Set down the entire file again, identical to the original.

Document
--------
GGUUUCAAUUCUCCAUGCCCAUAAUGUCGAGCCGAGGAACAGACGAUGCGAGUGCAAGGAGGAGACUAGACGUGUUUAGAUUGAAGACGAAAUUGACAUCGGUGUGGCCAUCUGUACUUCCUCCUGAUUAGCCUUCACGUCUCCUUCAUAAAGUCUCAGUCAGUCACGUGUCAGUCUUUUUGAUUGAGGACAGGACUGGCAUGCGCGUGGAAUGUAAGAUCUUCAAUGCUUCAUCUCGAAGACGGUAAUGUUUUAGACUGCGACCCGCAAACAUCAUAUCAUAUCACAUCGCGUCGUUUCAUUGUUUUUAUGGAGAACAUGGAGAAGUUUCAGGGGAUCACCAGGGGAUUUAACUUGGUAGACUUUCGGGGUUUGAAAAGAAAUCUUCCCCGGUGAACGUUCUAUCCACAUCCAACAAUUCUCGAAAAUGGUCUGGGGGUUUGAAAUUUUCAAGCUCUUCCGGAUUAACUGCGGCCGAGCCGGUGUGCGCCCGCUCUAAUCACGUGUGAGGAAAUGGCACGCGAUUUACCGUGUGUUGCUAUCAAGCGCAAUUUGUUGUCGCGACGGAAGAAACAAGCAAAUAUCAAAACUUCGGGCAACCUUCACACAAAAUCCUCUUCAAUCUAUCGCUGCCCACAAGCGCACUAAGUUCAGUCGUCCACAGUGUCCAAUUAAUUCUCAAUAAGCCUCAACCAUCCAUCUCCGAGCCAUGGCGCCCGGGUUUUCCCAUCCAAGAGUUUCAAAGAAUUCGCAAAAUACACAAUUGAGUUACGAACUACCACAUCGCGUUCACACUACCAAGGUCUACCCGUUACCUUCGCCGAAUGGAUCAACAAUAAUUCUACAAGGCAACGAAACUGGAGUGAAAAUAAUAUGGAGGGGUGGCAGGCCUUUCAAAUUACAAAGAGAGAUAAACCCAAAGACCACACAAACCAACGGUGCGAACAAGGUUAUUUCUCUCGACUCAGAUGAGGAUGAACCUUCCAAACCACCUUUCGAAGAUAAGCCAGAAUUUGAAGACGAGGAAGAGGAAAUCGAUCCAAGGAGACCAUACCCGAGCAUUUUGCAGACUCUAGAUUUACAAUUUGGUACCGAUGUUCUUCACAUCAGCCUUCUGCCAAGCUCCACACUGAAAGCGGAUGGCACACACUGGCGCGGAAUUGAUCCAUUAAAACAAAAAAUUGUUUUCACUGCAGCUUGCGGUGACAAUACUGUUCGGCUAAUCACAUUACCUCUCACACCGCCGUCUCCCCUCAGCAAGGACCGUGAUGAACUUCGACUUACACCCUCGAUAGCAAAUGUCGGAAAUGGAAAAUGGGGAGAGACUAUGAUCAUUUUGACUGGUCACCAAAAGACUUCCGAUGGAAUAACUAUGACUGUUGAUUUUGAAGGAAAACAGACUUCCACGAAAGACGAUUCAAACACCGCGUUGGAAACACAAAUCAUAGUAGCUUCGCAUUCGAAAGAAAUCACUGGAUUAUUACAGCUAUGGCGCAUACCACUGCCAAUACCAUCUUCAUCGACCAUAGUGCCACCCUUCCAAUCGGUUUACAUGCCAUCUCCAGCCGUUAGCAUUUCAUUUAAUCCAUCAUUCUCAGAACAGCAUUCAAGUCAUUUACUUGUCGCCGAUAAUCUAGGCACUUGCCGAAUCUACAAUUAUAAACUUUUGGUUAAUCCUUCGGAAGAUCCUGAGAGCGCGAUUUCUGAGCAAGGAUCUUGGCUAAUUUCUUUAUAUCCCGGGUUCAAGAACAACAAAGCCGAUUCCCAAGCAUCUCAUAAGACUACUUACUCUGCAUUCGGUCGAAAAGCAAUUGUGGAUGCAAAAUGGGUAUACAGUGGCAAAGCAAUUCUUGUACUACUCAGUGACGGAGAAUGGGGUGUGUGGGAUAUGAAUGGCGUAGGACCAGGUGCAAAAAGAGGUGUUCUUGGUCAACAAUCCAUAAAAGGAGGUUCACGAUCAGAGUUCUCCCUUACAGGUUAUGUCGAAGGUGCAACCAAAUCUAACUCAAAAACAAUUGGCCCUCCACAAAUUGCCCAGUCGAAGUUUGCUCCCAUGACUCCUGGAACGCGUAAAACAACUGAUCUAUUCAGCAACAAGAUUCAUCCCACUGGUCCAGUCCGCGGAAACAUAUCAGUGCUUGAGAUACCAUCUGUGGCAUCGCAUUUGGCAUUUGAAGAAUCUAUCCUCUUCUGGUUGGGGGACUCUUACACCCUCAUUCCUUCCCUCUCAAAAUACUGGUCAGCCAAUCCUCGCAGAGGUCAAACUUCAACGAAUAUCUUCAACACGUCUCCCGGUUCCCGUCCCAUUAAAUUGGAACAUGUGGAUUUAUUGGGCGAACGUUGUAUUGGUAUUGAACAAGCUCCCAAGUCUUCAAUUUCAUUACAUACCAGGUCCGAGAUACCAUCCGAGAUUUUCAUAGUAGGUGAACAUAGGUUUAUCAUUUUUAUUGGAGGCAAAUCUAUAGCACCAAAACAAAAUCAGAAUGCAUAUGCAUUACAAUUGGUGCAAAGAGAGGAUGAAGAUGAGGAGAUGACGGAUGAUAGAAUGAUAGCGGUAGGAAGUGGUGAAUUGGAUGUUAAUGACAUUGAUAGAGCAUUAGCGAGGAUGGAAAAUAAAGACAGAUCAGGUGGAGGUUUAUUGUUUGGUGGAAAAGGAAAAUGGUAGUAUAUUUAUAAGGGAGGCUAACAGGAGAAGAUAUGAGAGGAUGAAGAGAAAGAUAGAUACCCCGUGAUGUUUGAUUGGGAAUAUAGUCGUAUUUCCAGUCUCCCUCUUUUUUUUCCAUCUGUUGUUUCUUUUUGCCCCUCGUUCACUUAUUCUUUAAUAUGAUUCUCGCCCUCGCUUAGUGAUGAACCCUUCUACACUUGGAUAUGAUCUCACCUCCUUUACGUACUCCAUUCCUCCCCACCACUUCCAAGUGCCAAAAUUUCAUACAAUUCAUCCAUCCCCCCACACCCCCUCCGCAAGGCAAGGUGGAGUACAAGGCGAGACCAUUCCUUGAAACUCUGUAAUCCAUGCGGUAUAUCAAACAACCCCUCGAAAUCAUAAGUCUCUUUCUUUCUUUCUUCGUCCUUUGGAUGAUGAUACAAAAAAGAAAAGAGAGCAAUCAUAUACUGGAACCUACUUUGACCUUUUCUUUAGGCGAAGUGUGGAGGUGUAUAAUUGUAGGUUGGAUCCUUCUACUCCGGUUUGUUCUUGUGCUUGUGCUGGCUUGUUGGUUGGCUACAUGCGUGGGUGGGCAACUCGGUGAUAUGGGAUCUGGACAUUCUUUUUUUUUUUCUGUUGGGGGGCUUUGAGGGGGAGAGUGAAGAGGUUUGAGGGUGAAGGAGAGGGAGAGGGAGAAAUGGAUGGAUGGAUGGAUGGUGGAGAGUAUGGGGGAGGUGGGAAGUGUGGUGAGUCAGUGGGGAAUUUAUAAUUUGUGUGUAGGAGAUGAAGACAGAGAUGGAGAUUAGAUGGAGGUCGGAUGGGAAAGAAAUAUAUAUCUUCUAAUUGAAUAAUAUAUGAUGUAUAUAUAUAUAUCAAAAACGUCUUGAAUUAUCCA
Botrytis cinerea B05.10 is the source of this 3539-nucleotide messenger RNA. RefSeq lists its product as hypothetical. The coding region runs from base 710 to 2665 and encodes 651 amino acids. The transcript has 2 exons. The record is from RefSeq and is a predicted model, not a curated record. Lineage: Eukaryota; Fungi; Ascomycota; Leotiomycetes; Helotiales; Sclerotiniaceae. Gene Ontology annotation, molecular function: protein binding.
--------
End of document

GGUUUCAAUUCUCCAUGCCCAUAAUGUCGAGCCGAGGAACAGACGAUGCGAGUGCAAGGAGGAGACUAGACGUGUUUAGAUUGAAGACGAAAUUGACAUCGGUGUGGCCAUCUGUACUUCCUCCUGAUUAGCCUUCACGUCUCCUUCAUAAAGUCUCAGUCAGUCACGUGUCAGUCUUUUUGAUUGAGGACAGGACUGGCAUGCGCGUGGAAUGUAAGAUCUUCAAUGCUUCAUCUCGAAGACGGUAAUGUUUUAGACUGCGACCCGCAAACAUCAUAUCAUAUCACAUCGCGUCGUUUCAUUGUUUUUAUGGAGAACAUGGAGAAGUUUCAGGGGAUCACCAGGGGAUUUAACUUGGUAGACUUUCGGGGUUUGAAAAGAAAUCUUCCCCGGUGAACGUUCUAUCCACAUCCAACAAUUCUCGAAAAUGGUCUGGGGGUUUGAAAUUUUCAAGCUCUUCCGGAUUAACUGCGGCCGAGCCGGUGUGCGCCCGCUCUAAUCACGUGUGAGGAAAUGGCACGCGAUUUACCGUGUGUUGCUAUCAAGCGCAAUUUGUUGUCGCGACGGAAGAAACAAGCAAAUAUCAAAACUUCGGGCAACCUUCACACAAAAUCCUCUUCAAUCUAUCGCUGCCCACAAGCGCACUAAGUUCAGUCGUCCACAGUGUCCAAUUAAUUCUCAAUAAGCCUCAACCAUCCAUCUCCGAGCCAUGGCGCCCGGGUUUUCCCAUCCAAGAGUUUCAAAGAAUUCGCAAAAUACACAAUUGAGUUACGAACUACCACAUCGCGUUCACACUACCAAGGUCUACCCGUUACCUUCGCCGAAUGGAUCAACAAUAAUUCUACAAGGCAACGAAACUGGAGUGAAAAUAAUAUGGAGGGGUGGCAGGCCUUUCAAAUUACAAAGAGAGAUAAACCCAAAGACCACACAAACCAACGGUGCGAACAAGGUUAUUUCUCUCGACUCAGAUGAGGAUGAACCUUCCAAACCACCUUUCGAAGAUAAGCCAGAAUUUGAAGACGAGGAAGAGGAAAUCGAUCCAAGGAGACCAUACCCGAGCAUUUUGCAGACUCUAGAUUUACAAUUUGGUACCGAUGUUCUUCACAUCAGCCUUCUGCCAAGCUCCACACUGAAAGCGGAUGGCACACACUGGCGCGGAAUUGAUCCAUUAAAACAAAAAAUUGUUUUCACUGCAGCUUGCGGUGACAAUACUGUUCGGCUAAUCACAUUACCUCUCACACCGCCGUCUCCCCUCAGCAAGGACCGUGAUGAACUUCGACUUACACCCUCGAUAGCAAAUGUCGGAAAUGGAAAAUGGGGAGAGACUAUGAUCAUUUUGACUGGUCACCAAAAGACUUCCGAUGGAAUAACUAUGACUGUUGAUUUUGAAGGAAAACAGACUUCCACGAAAGACGAUUCAAACACCGCGUUGGAAACACAAAUCAUAGUAGCUUCGCAUUCGAAAGAAAUCACUGGAUUAUUACAGCUAUGGCGCAUACCACUGCCAAUACCAUCUUCAUCGACCAUAGUGCCACCCUUCCAAUCGGUUUACAUGCCAUCUCCAGCCGUUAGCAUUUCAUUUAAUCCAUCAUUCUCAGAACAGCAUUCAAGUCAUUUACUUGUCGCCGAUAAUCUAGGCACUUGCCGAAUCUACAAUUAUAAACUUUUGGUUAAUCCUUCGGAAGAUCCUGAGAGCGCGAUUUCUGAGCAAGGAUCUUGGCUAAUUUCUUUAUAUCCCGGGUUCAAGAACAACAAAGCCGAUUCCCAAGCAUCUCAUAAGACUACUUACUCUGCAUUCGGUCGAAAAGCAAUUGUGGAUGCAAAAUGGGUAUACAGUGGCAAAGCAAUUCUUGUACUACUCAGUGACGGAGAAUGGGGUGUGUGGGAUAUGAAUGGCGUAGGACCAGGUGCAAAAAGAGGUGUUCUUGGUCAACAAUCCAUAAAAGGAGGUUCACGAUCAGAGUUCUCCCUUACAGGUUAUGUCGAAGGUGCAACCAAAUCUAACUCAAAAACAAUUGGCCCUCCACAAAUUGCCCAGUCGAAGUUUGCUCCCAUGACUCCUGGAACGCGUAAAACAACUGAUCUAUUCAGCAACAAGAUUCAUCCCACUGGUCCAGUCCGCGGAAACAUAUCAGUGCUUGAGAUACCAUCUGUGGCAUCGCAUUUGGCAUUUGAAGAAUCUAUCCUCUUCUGGUUGGGGGACUCUUACACCCUCAUUCCUUCCCUCUCAAAAUACUGGUCAGCCAAUCCUCGCAGAGGUCAAACUUCAACGAAUAUCUUCAACACGUCUCCCGGUUCCCGUCCCAUUAAAUUGGAACAUGUGGAUUUAUUGGGCGAACGUUGUAUUGGUAUUGAACAAGCUCCCAAGUCUUCAAUUUCAUUACAUACCAGGUCCGAGAUACCAUCCGAGAUUUUCAUAGUAGGUGAACAUAGGUUUAUCAUUUUUAUUGGAGGCAAAUCUAUAGCACCAAAACAAAAUCAGAAUGCAUAUGCAUUACAAUUGGUGCAAAGAGAGGAUGAAGAUGAGGAGAUGACGGAUGAUAGAAUGAUAGCGGUAGGAAGUGGUGAAUUGGAUGUUAAUGACAUUGAUAGAGCAUUAGCGAGGAUGGAAAAUAAAGACAGAUCAGGUGGAGGUUUAUUGUUUGGUGGAAAAGGAAAAUGGUAGUAUAUUUAUAAGGGAGGCUAACAGGAGAAGAUAUGAGAGGAUGAAGAGAAAGAUAGAUACCCCGUGAUGUUUGAUUGGGAAUAUAGUCGUAUUUCCAGUCUCCCUCUUUUUUUUCCAUCUGUUGUUUCUUUUUGCCCCUCGUUCACUUAUUCUUUAAUAUGAUUCUCGCCCUCGCUUAGUGAUGAACCCUUCUACACUUGGAUAUGAUCUCACCUCCUUUACGUACUCCAUUCCUCCCCACCACUUCCAAGUGCCAAAAUUUCAUACAAUUCAUCCAUCCCCCCACACCCCCUCCGCAAGGCAAGGUGGAGUACAAGGCGAGACCAUUCCUUGAAACUCUGUAAUCCAUGCGGUAUAUCAAACAACCCCUCGAAAUCAUAAGUCUCUUUCUUUCUUUCUUCGUCCUUUGGAUGAUGAUACAAAAAAGAAAAGAGAGCAAUCAUAUACUGGAACCUACUUUGACCUUUUCUUUAGGCGAAGUGUGGAGGUGUAUAAUUGUAGGUUGGAUCCUUCUACUCCGGUUUGUUCUUGUGCUUGUGCUGGCUUGUUGGUUGGCUACAUGCGUGGGUGGGCAACUCGGUGAUAUGGGAUCUGGACAUUCUUUUUUUUUUUCUGUUGGGGGGCUUUGAGGGGGAGAGUGAAGAGGUUUGAGGGUGAAGGAGAGGGAGAGGGAGAAAUGGAUGGAUGGAUGGAUGGUGGAGAGUAUGGGGGAGGUGGGAAGUGUGGUGAGUCAGUGGGGAAUUUAUAAUUUGUGUGUAGGAGAUGAAGACAGAGAUGGAGAUUAGAUGGAGGUCGGAUGGGAAAGAAAUAUAUAUCUUCUAAUUGAAUAAUAUAUGAUGUAUAUAUAUAUAUCAAAAACGUCUUGAAUUAUCCA
Botrytis cinerea B05.10 is the source of this 3539-nucleotide messenger RNA. RefSeq lists its product as hypothetical. The coding region runs from base 710 to 2665 and encodes 651 amino acids. The transcript has 2 exons. The record is from RefSeq and is a predicted model, not a curated record. Lineage: Eukaryota; Fungi; Ascomycota; Leotiomycetes; Helotiales; Sclerotiniaceae. Gene Ontology annotation, molecular function: protein binding.